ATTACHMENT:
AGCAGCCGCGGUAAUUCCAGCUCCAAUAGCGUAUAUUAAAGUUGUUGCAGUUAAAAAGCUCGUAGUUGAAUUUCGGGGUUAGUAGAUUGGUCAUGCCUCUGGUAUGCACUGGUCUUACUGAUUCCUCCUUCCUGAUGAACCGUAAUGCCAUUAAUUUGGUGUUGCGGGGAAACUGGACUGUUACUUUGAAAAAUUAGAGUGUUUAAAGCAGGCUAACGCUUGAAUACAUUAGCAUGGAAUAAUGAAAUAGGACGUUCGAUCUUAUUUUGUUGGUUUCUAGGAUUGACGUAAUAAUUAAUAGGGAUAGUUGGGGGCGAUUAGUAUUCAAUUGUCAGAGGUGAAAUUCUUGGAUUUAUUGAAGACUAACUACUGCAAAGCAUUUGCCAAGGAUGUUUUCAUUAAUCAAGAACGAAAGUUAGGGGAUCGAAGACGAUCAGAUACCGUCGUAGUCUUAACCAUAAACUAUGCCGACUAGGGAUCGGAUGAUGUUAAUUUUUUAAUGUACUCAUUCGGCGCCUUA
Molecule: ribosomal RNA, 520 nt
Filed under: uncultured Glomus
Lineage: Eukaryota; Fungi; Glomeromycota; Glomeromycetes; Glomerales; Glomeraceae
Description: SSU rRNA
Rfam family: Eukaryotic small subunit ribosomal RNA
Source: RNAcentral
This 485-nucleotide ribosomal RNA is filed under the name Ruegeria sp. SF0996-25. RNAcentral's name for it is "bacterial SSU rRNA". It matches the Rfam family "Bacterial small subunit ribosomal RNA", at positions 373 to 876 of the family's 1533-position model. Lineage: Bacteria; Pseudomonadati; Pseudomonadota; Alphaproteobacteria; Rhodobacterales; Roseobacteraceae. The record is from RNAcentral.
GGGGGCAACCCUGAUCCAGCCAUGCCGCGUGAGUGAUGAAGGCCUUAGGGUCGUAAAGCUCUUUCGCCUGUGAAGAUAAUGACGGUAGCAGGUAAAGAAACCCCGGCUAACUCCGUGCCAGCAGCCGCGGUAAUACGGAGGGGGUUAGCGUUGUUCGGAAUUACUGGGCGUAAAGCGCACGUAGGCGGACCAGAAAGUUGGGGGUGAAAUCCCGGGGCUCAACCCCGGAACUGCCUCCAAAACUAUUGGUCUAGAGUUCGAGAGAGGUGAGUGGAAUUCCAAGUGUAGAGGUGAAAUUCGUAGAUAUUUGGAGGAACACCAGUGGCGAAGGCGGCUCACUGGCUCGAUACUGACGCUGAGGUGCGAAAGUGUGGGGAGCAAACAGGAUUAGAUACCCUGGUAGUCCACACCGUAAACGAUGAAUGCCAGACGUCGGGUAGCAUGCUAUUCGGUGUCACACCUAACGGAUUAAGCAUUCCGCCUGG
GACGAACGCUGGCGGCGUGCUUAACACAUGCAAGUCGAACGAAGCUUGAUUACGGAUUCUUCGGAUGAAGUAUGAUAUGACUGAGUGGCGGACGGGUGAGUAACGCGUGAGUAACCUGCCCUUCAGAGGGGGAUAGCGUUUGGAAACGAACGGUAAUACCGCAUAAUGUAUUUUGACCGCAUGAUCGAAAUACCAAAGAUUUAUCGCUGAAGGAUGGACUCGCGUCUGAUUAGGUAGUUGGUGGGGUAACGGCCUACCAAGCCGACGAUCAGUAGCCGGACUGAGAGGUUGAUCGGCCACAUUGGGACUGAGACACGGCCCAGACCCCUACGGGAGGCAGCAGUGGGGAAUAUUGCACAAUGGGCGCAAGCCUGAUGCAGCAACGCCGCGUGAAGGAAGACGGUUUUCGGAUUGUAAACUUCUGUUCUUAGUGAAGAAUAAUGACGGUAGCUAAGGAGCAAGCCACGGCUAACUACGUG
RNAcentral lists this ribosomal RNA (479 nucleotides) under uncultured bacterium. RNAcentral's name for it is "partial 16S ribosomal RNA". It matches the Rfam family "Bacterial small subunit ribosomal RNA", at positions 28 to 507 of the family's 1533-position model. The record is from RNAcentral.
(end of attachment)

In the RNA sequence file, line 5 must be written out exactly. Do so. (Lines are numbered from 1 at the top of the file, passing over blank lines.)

Description: SSU rRNA